passed in or the pointer returned, but *not* both.

(b) The pointer points into static (or maybe global) data that must
be copied before calling the function again if the value is
still needed. (e.g. localtime()) You *MUST NOT* pass this
pointer to free() since it was not malloc()ed in the first
place.

(b1) Some systems return pointers into "thread-specific storage",
and you should copy the data before calling the function again
if the value is still needed. You *MUST NOT* pass this pointer
to free() since it was not malloc()ed in the first place. The
only difference between this case and (b) is that in (b), the
function can't be thread-safe, and in this one, it might be.

(c) The function has an associated function to dispose of the pointer
returned. To avoid memory leaks, you should use this function
when you are through with the data. (e.g. fopen() returns a
pointer which should be passed to fclose()). Since there may
be more than one block of memory involved, and the pointer might
not point at the beginning of a block, you should use the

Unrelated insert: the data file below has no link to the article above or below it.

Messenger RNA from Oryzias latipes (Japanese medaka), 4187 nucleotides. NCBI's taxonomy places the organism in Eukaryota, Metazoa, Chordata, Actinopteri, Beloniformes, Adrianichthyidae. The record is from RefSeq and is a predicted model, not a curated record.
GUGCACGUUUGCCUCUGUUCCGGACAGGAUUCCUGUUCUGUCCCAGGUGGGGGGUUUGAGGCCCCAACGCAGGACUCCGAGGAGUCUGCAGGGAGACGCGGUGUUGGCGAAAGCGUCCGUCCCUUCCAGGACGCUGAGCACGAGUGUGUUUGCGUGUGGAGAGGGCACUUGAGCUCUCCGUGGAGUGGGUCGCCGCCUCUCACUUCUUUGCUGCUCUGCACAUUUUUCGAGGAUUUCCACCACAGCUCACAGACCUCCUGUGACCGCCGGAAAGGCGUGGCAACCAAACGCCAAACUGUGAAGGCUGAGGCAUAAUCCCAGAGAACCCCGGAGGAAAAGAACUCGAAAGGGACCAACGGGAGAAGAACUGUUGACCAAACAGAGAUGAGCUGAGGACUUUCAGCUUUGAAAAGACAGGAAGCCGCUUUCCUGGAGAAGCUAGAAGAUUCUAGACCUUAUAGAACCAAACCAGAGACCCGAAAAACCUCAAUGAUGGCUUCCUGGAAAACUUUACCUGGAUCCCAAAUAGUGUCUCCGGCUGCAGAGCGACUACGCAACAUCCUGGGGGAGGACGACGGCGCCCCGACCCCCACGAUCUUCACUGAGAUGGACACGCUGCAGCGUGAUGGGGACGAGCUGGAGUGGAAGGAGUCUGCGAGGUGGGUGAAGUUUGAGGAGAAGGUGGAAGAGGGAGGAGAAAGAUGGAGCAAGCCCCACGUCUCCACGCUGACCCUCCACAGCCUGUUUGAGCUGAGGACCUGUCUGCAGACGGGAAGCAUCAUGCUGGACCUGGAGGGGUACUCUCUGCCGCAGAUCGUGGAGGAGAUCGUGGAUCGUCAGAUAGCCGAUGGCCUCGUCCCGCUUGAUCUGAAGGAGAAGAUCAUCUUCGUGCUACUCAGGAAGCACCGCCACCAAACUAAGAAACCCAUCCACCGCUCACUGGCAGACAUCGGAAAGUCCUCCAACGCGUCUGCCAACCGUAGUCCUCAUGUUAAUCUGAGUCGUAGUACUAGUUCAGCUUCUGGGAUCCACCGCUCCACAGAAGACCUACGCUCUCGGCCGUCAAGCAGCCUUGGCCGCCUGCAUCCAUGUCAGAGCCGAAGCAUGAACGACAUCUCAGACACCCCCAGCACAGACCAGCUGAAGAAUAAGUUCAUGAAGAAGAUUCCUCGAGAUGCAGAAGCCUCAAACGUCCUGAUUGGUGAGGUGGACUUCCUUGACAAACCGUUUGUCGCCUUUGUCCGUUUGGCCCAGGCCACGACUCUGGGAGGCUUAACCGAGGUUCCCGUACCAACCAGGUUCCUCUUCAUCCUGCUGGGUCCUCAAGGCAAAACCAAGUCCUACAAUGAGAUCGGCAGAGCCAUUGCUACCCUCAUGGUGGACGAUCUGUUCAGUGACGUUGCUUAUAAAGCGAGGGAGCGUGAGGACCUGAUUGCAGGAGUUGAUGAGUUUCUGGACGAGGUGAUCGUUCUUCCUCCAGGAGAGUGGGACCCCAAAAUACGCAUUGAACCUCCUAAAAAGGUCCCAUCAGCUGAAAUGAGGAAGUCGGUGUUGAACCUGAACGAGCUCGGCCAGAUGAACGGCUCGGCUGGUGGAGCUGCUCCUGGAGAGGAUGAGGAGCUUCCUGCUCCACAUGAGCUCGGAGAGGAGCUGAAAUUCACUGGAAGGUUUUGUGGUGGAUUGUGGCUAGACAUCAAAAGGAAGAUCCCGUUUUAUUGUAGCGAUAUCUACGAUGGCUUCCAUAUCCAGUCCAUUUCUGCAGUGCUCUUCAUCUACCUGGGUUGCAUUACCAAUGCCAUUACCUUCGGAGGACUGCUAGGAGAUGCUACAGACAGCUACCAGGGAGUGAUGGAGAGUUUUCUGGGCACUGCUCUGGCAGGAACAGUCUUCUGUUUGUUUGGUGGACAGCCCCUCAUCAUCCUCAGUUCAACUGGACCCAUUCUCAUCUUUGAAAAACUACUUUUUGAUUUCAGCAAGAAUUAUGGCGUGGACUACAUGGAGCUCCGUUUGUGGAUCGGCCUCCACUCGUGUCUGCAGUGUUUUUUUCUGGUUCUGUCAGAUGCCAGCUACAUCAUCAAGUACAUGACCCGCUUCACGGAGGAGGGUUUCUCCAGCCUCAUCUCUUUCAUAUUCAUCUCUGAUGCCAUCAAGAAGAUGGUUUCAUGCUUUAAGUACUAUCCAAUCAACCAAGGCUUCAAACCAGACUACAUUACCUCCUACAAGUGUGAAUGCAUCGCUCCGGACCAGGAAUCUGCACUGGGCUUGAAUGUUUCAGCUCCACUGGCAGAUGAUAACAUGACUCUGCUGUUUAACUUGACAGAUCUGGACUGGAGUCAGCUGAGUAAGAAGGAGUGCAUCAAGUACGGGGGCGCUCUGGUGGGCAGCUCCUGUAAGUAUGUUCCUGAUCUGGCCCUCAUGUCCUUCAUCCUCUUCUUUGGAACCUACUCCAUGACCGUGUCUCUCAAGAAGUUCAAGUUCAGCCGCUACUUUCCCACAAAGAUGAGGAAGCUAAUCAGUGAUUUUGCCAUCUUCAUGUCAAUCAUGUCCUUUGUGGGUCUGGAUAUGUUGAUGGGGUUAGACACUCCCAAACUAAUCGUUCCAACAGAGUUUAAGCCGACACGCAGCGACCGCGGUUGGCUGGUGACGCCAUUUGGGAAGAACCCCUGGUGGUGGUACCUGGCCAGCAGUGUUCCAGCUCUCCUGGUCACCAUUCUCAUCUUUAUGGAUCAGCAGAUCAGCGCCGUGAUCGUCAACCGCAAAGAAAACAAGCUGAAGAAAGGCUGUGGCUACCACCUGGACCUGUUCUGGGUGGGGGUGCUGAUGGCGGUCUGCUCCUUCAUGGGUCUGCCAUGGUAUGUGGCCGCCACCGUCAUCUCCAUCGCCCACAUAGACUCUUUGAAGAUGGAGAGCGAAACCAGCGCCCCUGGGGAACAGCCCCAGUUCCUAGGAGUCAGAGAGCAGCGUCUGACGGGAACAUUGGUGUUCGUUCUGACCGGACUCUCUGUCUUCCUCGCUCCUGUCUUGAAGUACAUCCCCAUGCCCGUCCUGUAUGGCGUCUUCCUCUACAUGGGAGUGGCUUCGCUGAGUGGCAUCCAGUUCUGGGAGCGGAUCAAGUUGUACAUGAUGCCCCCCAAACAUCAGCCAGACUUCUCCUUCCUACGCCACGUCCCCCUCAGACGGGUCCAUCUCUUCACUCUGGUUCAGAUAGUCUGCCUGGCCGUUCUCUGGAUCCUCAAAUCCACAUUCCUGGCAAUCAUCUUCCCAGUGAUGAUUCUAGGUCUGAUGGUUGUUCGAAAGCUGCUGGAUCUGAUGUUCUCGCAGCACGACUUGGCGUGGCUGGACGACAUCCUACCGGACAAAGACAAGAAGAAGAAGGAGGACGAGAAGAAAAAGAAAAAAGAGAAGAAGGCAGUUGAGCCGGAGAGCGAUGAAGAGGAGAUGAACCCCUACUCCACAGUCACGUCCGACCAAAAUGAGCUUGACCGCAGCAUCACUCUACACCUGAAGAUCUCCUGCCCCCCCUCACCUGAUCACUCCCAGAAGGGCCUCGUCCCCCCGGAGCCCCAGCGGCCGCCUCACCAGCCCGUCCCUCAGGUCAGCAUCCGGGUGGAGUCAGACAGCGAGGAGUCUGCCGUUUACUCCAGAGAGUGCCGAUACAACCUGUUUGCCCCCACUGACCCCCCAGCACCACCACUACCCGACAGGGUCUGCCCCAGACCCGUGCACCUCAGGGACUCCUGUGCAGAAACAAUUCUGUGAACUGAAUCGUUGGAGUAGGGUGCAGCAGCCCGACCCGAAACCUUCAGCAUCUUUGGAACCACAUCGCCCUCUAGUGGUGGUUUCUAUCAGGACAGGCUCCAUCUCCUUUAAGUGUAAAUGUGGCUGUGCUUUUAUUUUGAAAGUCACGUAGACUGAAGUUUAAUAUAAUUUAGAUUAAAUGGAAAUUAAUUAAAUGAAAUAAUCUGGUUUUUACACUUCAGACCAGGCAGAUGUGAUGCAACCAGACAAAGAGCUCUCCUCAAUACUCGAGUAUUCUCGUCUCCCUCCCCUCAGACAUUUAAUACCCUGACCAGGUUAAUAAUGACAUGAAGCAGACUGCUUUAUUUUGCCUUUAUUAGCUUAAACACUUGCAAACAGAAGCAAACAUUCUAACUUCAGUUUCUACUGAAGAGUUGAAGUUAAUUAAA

("destructor") function rather than calling free() to avoid
leaking memory or other resources.

(d) The function returns a pointer allocated by malloc(). When you
are through with the result, you should pass the pointer to
free(). (malloc() itself is an example of this. There's also
the infamous non-standard function strdup().) Functions like
this are the C analogy to C++ "constructors" where a simple
call to free() is adequate as a "destructor".

(e) The function returns a pointer allocated by malloc(), but it
still is keeping track of it. You should not pass this pointer
to free() since the data is still in use. (Some in-memory database
functions return pointers to retrieved records but you shouldn't
free() the records until you close the whole database, and the
close function is probably responsible for that.)

(f) The function returns a pointer that may or may not be allocated
with malloc(), points to static data, or points into data passed
into the function, with no obvious way to tell which. You can't
risk calling free() on the resulting pointer, and you should